2. Aggressive attorneys have a harder time reaching settlements
You may think there is no way that you will settle with your current spouse. Statistics show otherwise; upwards of 90 percent of cases settle before trial. Settling a case is far cheaper than going to trial. Most attorneys charge a higher rate for trial hours, not to mention the extra cost due to preparation, additional hearings, and potential post-trial motions. Since an aggressive attorney will be less likely to compromise, you will have a harder time settling, running up costs that you have to pay. You may think that your spouse will ultimately have to pay your court fees, but typically, each party pays his own lawyer.
3. Aggressive attorneys are often not realistic
A good attorney will help you understand what the court is likely to consider in your case. He will explain the factors the court will consider in determining such things as child support, spousal support, visitation, and property division. In a typical divorce situation, one party will not get all the property, all the time with the children, or unending spousal support. An aggressive attorney may not give you a reasonable assessment of the likely outcome, leaving you unprepared for the final settlement or decree.
4. Aggressive attorneys make it more difficult to work with your ex-spouse in the future
Divorce cases are unlike most other court cases. In other civil or criminal matters, the parties likely never have to see one another, or work with one another, again. Unfortunately, in divorce cases, ongoing issues of child custody, visitation and debt issues often force the parties to continue to work together long after the final paperwork is signed. An aggressive attorney will encourage you to push for more instead of compromise, and it will make it more difficult to work together in the future.
We've heard it all the time: it is important to stay positive . But we seem to suddenly be living in a world where there is very little good news to be positive about. The coronavirus pandemic affects all of us in profound ways. Some matters are just generally inconvenient , some of them are profound. But as the stay-at-home orders continue into multiple months, there is a noticeable fatigue with the situation among the public. Now more than ever, it's essential to stay positive and focus on a better future. This can certainly be a challenge even for the most upbeat of people. Here are five useful tips stay positive in a bad news world.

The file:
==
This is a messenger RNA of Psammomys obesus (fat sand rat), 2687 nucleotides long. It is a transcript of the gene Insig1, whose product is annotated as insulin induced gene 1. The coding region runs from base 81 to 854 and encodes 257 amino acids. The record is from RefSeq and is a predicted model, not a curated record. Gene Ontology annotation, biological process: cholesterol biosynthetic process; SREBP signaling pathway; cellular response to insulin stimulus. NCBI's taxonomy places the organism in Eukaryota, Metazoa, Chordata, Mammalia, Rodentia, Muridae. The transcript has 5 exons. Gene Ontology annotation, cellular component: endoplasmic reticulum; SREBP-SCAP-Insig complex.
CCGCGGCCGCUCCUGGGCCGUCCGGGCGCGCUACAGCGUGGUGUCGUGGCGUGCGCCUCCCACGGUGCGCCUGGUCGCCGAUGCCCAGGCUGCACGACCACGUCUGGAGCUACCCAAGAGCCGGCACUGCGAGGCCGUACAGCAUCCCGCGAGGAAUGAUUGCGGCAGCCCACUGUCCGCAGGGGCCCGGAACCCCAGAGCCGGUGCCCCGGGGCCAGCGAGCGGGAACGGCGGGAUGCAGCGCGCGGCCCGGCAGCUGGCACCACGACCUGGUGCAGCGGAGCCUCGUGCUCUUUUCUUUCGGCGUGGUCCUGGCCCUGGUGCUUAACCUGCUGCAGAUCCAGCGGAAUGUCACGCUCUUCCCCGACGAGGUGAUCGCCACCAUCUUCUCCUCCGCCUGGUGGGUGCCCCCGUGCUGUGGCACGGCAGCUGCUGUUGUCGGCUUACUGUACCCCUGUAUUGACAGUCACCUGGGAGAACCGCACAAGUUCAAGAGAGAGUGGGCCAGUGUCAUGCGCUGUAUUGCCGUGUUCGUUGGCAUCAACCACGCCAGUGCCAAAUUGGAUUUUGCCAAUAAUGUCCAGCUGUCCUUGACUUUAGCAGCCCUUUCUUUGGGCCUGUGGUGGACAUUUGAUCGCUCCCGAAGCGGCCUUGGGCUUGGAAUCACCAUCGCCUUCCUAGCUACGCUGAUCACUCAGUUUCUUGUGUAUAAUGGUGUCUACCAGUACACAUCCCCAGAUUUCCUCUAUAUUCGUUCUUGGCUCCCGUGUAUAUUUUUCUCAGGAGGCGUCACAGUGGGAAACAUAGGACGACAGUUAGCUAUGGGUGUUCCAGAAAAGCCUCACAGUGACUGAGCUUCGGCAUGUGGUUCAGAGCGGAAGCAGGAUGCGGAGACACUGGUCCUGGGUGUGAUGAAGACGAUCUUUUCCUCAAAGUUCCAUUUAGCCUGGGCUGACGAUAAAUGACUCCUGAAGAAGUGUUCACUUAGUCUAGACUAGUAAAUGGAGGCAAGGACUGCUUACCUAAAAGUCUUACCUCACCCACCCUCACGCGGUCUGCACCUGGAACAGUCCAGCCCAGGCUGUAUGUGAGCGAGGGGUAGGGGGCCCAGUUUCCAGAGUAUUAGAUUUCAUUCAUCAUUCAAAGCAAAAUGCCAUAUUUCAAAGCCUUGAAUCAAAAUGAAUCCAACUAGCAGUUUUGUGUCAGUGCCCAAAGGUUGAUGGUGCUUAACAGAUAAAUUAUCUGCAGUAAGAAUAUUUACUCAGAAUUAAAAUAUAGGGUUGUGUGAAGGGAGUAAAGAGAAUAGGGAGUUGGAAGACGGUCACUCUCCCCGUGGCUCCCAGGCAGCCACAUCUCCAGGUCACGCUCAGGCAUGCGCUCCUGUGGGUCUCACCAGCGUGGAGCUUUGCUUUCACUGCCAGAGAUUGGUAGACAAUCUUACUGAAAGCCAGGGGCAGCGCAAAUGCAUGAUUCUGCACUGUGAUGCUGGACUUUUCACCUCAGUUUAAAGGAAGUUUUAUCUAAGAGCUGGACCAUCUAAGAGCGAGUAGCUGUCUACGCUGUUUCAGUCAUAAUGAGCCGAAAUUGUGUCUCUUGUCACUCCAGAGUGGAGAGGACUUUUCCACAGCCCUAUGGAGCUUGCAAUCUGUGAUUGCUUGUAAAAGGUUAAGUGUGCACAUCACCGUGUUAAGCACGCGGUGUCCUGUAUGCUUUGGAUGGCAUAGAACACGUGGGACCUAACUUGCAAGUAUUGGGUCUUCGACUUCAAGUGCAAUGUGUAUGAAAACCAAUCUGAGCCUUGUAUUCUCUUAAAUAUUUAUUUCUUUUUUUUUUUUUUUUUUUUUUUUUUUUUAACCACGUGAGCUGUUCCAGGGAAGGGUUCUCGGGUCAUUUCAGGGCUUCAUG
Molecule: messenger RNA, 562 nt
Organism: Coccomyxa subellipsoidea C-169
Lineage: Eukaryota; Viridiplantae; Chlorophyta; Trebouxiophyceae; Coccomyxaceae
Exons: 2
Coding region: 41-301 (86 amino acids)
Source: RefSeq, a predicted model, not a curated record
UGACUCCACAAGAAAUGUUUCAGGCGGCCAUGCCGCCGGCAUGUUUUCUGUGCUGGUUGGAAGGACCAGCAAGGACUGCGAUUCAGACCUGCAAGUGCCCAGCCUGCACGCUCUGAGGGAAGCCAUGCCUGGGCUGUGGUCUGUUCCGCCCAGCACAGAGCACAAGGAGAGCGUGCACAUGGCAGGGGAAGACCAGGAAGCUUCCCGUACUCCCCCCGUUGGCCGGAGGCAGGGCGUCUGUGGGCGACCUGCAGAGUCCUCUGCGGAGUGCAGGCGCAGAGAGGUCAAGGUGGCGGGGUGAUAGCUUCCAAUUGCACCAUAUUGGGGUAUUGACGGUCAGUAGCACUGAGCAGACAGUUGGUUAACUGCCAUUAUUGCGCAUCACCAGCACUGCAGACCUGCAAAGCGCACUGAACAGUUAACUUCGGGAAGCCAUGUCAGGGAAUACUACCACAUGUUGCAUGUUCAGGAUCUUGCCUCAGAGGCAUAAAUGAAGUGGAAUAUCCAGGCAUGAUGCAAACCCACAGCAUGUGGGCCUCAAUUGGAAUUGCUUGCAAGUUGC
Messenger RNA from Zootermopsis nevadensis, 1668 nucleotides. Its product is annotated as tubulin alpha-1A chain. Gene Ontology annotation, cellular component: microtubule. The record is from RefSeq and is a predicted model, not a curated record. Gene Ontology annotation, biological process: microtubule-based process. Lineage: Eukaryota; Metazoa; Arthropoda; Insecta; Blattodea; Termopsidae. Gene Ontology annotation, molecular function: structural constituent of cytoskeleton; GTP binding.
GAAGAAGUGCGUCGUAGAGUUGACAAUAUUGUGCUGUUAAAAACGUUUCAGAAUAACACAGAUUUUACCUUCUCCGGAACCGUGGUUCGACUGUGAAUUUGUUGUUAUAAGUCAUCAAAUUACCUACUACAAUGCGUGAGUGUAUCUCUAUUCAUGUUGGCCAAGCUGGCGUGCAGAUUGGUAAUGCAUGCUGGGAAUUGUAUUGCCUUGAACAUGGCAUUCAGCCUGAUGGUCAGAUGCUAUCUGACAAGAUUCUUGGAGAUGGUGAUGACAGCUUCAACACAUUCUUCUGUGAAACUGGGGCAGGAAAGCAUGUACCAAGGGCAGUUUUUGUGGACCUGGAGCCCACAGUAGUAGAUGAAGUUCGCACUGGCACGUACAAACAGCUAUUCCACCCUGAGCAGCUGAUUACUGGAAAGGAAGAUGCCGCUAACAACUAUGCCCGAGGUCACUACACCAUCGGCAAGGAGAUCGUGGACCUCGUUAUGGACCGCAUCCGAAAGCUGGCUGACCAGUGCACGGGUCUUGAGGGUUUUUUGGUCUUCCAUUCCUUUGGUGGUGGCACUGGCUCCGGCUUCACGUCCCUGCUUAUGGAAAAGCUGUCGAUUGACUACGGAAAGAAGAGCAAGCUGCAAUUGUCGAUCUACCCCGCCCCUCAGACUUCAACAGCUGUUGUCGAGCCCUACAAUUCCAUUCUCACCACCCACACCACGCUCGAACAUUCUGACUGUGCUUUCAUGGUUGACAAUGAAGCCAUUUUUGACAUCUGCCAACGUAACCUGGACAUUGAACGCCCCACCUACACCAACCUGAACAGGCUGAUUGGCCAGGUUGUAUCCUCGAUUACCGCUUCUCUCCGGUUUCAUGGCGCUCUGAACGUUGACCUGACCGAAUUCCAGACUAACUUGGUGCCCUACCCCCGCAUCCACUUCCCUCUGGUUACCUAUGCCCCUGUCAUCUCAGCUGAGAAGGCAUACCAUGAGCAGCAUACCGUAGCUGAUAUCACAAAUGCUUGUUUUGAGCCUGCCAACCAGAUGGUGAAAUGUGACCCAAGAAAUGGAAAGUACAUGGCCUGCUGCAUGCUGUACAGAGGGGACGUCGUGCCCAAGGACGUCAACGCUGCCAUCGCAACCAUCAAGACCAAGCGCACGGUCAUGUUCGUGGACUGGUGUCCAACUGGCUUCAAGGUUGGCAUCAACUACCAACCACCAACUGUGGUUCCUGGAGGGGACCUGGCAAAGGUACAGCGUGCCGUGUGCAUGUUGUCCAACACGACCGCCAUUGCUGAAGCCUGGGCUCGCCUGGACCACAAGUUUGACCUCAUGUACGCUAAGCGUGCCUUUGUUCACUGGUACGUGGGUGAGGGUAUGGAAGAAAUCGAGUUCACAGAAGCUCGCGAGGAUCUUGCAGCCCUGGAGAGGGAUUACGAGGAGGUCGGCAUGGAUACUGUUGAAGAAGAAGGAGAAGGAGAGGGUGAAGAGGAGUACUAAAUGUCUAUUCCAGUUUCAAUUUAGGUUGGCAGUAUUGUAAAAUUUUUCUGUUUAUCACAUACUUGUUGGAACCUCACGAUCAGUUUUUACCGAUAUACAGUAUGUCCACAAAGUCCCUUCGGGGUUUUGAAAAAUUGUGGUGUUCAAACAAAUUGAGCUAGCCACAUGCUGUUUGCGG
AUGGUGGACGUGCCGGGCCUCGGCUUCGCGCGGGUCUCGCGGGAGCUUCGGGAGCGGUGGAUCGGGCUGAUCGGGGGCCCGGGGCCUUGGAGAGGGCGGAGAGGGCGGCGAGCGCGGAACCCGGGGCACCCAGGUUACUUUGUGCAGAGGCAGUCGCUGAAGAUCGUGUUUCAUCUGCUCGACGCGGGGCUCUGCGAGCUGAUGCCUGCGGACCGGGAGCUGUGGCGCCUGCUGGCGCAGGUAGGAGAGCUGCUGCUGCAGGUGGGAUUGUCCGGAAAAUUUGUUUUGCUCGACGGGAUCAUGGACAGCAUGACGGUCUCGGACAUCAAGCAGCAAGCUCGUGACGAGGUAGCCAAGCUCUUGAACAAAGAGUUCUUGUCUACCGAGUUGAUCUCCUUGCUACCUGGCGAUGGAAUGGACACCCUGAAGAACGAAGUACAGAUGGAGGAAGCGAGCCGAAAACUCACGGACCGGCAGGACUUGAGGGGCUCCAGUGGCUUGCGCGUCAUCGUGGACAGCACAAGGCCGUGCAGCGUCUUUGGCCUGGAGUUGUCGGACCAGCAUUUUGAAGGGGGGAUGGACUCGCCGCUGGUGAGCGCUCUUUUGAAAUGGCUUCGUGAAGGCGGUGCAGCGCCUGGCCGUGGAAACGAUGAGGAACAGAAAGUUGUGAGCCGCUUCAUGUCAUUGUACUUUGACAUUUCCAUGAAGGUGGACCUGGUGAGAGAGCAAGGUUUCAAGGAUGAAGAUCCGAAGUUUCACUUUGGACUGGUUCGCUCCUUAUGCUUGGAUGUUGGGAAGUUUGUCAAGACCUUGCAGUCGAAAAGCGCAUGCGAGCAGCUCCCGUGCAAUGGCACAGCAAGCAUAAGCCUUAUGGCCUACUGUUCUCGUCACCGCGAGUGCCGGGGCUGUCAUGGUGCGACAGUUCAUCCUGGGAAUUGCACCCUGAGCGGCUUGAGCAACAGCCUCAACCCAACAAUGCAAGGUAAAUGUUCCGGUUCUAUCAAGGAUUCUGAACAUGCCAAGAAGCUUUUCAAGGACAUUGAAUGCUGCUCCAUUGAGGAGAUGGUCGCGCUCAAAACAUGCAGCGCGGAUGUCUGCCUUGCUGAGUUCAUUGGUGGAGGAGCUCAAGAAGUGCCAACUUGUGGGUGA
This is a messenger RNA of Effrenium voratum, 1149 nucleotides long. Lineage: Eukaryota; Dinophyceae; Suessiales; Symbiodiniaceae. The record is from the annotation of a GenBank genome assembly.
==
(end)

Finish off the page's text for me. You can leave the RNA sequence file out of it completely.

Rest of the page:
1. Be grateful.
Experts say that focusing on the positive aspects of your life is a key to feeling happiness. Instead of turning on the news when you wake up in the morning, try practicing expressing gratitude. Begin the day by making a list of all the things that you are grateful for. If you are working be grateful that you are still able to work period if you cannot work, be grateful for your health and for your loved ones. Even the smallest of things like a good cup of coffee are a blessing and by being mindful of how those small good things add up will keep you from focusing on all the negative things.
2. Maintain a daily routine.
Have you found yourself waking up at the "crack of noon" lately? Do you stay up at all hours looking at cat videos? Don't let this chaos rule your life. Have an agenda and stick to it , even if you are not working. If you have to take care of children , then this is even more important- both for you and your kids. Get up early in the morning . Make your bed. Get a good breakfast. Have a plan for the day. Accomplishing tasks, any tasks will make you feel productive and in good mental health. Being consistent will give you a sense of stability and a positive mind-frame.